GDPR applies to all companies and organisations, including freelancers, even who store personal information in a address book

Not all processing activities are GDPR-compliant. Under the GDPR you need to rely on a legal basis to stay compliant. There are six legal bases for processing the EU individuals’ personal data:

  • The individual has given consent to the processing of his or her personal data for one or more specific purposes;
  • The processing is necessary for conducting your processes where the user is partly involved or in order to answer the user’s request;
  • The processing is necessary to stay compliant with your legal obligation;
  • The processing is necessary to protect a vital interest of the individual;
  • The processing is necessary to perform a task of the public interest;
  • The processing is necessary to comply with the requirements of the official authority. The processing is necessary to legitimate the interest pursued by the entity, except when such interest is overridden by the interest or fundamental rights and freedoms of the individual and requires personal data protection.

GDPR strict consent: 

  • It must be verifiable;
  • The request for consent must be clearly distinguishable from other agreements;
  • Individuals must be informed of their right to withdraw their consent.

The important thing to do is to prove your legal basis by running a test based on this legal framework. A test means that you will document your compliance, your approach and the arguments that you have reviewed before.

Individual rights under the GDPR

Certain basic rights are now guaranteed to the individuals regarding their personal data:

  • Data access request

Users have the right to know if their personal data are being processed, what and how it is being processed, and what are the data processing operations.

  • Right to object

Users can prohibit particular data processing operations. Individuals may also object to the processing of their personal data for direct marketing purposes.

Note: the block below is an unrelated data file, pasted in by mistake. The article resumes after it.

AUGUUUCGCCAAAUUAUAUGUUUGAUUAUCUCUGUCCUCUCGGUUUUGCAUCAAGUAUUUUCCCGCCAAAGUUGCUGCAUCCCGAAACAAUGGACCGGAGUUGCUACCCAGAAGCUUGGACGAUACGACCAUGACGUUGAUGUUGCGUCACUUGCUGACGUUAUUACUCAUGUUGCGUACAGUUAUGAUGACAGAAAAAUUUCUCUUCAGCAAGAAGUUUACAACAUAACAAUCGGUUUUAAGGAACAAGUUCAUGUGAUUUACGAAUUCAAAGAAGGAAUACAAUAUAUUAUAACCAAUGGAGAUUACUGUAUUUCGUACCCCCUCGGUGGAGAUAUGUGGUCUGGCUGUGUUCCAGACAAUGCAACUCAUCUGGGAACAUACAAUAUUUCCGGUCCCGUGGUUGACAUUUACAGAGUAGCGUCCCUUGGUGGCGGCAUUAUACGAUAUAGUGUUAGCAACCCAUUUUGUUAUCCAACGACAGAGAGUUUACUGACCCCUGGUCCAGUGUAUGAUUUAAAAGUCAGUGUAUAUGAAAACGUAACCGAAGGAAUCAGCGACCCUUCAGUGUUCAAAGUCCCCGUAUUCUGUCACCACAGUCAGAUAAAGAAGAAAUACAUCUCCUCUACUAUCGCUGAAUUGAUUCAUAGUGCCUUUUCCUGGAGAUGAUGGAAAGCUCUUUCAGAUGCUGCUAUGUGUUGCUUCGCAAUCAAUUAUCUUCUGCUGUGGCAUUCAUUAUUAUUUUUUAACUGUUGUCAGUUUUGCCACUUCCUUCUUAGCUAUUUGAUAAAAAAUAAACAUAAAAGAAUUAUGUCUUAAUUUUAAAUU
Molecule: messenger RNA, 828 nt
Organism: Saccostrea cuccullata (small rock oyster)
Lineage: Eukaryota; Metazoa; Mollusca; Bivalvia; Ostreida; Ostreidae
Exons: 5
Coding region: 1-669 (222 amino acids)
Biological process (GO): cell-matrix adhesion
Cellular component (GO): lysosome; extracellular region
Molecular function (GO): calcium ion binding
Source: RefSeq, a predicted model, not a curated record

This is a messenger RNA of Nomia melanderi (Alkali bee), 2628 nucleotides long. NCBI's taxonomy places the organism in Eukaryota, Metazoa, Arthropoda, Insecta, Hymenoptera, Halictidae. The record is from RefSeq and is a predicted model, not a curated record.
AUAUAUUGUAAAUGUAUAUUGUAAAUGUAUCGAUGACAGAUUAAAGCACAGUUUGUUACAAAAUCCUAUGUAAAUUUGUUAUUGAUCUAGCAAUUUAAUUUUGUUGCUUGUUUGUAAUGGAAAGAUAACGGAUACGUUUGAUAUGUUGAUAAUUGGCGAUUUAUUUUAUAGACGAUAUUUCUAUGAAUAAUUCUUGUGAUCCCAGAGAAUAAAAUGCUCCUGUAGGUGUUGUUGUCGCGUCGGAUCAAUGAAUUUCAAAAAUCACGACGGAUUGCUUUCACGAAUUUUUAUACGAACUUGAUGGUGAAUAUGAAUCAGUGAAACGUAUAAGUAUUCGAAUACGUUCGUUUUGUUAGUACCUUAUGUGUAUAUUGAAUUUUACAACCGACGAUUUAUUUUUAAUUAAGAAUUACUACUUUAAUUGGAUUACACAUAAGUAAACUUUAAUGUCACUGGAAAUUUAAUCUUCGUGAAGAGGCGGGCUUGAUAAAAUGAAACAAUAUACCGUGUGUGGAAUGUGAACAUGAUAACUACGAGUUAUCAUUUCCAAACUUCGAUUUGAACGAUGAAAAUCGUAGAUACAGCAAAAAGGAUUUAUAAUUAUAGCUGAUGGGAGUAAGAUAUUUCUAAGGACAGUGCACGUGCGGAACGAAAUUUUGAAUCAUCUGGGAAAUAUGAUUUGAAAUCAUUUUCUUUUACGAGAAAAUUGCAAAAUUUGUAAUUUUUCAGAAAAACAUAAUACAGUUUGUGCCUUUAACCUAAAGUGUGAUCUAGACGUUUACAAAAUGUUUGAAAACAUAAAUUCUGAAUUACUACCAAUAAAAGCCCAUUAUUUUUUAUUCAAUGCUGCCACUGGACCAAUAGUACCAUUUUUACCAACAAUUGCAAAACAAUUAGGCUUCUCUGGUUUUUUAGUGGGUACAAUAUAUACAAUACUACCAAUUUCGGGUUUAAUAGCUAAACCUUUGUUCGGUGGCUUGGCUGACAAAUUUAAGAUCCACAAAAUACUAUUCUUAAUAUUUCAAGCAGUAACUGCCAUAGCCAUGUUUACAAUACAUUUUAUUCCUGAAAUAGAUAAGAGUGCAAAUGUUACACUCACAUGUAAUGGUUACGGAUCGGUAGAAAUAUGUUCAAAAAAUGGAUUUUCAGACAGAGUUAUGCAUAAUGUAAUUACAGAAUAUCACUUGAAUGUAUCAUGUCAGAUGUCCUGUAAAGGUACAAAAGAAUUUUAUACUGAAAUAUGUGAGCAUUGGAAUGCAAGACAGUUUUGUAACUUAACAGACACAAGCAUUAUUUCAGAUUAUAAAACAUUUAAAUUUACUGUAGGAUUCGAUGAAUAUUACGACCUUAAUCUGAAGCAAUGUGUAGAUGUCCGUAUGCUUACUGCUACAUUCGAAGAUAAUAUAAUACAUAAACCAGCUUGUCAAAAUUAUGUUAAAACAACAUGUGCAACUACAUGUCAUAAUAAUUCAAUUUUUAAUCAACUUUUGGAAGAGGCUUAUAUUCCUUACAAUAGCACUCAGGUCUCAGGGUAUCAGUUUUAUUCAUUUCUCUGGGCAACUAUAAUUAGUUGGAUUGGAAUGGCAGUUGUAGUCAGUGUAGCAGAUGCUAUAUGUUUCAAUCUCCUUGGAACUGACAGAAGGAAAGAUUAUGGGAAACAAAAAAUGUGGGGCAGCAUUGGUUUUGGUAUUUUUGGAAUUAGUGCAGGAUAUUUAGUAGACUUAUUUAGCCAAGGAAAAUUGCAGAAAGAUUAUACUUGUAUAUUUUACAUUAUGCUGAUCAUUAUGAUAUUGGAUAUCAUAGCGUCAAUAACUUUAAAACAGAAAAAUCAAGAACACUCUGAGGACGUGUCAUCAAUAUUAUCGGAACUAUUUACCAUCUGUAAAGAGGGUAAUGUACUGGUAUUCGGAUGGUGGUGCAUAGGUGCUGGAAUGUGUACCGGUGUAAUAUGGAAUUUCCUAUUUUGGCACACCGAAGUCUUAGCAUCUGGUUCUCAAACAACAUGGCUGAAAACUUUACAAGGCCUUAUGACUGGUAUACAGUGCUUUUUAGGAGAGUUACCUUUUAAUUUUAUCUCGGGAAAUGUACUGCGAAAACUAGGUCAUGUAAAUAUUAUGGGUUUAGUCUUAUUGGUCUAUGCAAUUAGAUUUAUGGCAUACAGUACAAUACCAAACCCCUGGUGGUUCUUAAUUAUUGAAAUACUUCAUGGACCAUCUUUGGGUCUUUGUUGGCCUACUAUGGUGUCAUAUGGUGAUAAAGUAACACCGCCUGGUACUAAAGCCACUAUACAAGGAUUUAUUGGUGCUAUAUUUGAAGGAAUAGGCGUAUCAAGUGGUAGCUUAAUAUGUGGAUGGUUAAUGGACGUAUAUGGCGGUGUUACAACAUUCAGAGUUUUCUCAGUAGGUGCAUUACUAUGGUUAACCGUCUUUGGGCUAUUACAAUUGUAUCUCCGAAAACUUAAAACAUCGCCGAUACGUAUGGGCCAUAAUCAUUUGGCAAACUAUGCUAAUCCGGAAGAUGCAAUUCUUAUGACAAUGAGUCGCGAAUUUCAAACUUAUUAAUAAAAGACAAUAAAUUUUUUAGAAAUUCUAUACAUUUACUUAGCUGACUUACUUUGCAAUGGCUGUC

• Right to amend

Individuals may request to complete or correct the incompleted or incorrect data to ensure that the processing of personal data is in compliance with applicable data protection rules.

  • Right to restriction

Some circumstances allow users to restrict the processing of their personal data, for example when the user questions the accuracy of the data.

  • Right to be forgotten

Users can request to erase the data when it is no longer necessary for the purposes of its collection, or if a user withdraws consent to the processing and no other legal basis allows to continue the processing.

  • Right to data portability

Users can request that personal data held by one data controller can be provided to another controller.

International data transfers and non-compliance

International data transfers

Not so many data transfer mechanisms are available under the GDPR. Personal data flows from the EU to the United States. Privacy Shield framework is the main mechanism for this procedure. The EU-US and Swiss-US Privacy Shield is a method of ensuring that an organization provides a necessary level of data protection, by requiring that the organization should be certified and registered according to the requirements of the Privacy Shield framework.


A fine is imposed in case of non-compliance with the GDPR, and its sum might come up to 4% of global revenue or 20 million EUR.

The data protection authorities’ (“DPAs’ “) are rarely used in practice. They can impose additional measures, for example, a ban on data processing—temporarily or constantly.

Regulatory Compliance